Issue 5 / 18 February 2013

THIS year, the UK National Health Service will introduce a “duty of candour’, a new contractual requirement on health care providers to “tell their patients if their safety has been compromised, apologise, and ensure that lessons are learned to prevent them from being repeated”.

It reminds me of the errant schoolboy being marched up to the front door of the neighbour’s house to apologise for the broken window.

The UK’s new requirement does not enjoy universal support. Respondents to the NHS consultation process were 50% for and 48.4% against the proposal. Nevertheless, it is going ahead.

Interesting times ahead in the NHS … yet again.

Australia does not need to follow suit. We have safeguards, checks and balances, and new quality and reporting agencies aplenty.

Even before the advent of our new agencies, we have institutionalised morbidity and mortality audits, perinatal and infant mortality checking, root cause analyses for adverse events and near misses, together with a medical indemnity insurance industry that has encouraged us to be open and clear with our patients.

Offering a sincere expression of regret for an adverse outcome and providing a clear explanation is not an admission of liability.

Why should we legislate for common sense?

The doctor–patient relationship is unique. It is built on honesty and trust. It is our job — our calling — as doctors to provide the best possible care for our patients throughout their lives. We provide that care and advice based on our special skills and knowledge.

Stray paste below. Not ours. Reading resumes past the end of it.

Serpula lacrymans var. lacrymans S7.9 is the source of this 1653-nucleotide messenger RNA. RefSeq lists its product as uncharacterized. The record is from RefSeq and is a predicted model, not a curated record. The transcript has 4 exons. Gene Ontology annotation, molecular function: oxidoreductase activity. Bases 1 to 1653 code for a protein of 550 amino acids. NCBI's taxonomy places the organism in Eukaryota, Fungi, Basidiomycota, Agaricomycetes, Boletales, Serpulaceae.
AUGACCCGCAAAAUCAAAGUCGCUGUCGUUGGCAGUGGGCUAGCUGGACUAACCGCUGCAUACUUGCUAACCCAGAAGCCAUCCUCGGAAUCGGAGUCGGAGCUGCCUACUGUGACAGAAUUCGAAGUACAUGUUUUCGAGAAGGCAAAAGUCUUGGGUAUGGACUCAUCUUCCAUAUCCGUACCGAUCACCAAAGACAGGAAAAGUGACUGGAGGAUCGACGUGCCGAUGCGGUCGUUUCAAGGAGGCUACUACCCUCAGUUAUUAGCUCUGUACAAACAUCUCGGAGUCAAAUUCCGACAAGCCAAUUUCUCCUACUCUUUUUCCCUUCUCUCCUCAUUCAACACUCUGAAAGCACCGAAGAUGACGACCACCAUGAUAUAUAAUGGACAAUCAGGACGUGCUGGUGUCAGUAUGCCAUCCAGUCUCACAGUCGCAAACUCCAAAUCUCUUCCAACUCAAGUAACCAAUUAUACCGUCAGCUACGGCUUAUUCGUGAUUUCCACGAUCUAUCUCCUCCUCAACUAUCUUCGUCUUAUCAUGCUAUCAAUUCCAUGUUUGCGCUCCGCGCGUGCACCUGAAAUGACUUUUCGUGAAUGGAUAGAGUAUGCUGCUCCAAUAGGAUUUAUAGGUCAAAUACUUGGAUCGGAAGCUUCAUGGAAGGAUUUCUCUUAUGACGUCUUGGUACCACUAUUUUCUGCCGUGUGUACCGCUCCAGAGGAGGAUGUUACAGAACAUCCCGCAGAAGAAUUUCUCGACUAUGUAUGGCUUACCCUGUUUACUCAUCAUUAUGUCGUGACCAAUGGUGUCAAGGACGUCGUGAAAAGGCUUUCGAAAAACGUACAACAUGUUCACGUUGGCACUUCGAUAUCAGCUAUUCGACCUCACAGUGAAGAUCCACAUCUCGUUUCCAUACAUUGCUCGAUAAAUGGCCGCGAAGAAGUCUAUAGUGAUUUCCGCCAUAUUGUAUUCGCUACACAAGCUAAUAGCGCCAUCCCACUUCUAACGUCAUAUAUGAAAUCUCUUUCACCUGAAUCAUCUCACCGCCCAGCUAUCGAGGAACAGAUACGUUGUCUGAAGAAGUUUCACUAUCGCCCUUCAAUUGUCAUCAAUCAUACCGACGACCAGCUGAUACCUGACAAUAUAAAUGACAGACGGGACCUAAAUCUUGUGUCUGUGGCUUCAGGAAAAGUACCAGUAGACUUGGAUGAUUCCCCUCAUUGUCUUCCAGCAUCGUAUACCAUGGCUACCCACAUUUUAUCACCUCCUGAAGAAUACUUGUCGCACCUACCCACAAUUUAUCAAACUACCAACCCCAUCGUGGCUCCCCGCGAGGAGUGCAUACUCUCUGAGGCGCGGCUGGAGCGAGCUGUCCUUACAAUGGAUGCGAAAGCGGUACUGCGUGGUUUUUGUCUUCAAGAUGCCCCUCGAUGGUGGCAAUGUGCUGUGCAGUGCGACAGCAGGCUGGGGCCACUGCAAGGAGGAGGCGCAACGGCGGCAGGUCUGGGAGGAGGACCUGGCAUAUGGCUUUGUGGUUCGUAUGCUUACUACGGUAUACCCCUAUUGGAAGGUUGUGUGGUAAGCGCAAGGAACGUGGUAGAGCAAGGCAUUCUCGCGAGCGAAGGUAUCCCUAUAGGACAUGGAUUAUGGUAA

If there are adverse events, we recognise them, take responsibility for them, and seek to rectify them — in concert with the patient — and put in place mechanisms to avoid recurrence of such events.

To this end, I think we are well ahead of the UK and the NHS.

The Medical Board of Australia produced Good medical practice: a code of conduct for doctors in Australia. The AMA had a hand in its publication, and it encapsulates the views of the profession in many areas.

Formally adopted in 2010, the code describes what is expected of all doctors registered to practise medicine in Australia. It sets out the principles that characterise good medical practice and makes explicit the standards of ethical and professional conduct expected of doctors by their professional peers and the community.

The Medical Board code states clearly that, in the event of adverse events, doctors should explain to the patient as promptly and fully as possible what has happened and the anticipated short- and long-term consequences.

The code also states that doctors should acknowledge the patient’s right to complain and work with patients to resolve the issue, where possible.

Importantly, the code calls on doctors to provide a prompt, open and constructive response, including an explanation, and, if appropriate, an apology.

It is also a companion piece to the AMA’s code of ethics.

The AMA’s code says that doctors must first consider the wellbeing of the patient, treat your patient with compassion and respect, and approach health care as collaboration between doctor and patient.

This is at the core of medical practice in Australia. We have an intrinsic duty of candour, and more.

It will be interesting to observe how our colleagues in the UK respond to being obliged by law to do what they surely do naturally and instinctively.

Dr Steve Hambleton is the federal president of the AMA.

Posted 18 February 2013

3 thoughts on “Steve Hambleton: Intrinsic candour

  1. Dr David Pope, President SA Salaried MO Association says:

    Thanks to Dr Hambleton for this piece. I agree with the points made and the links to essential references for doctors is very useful.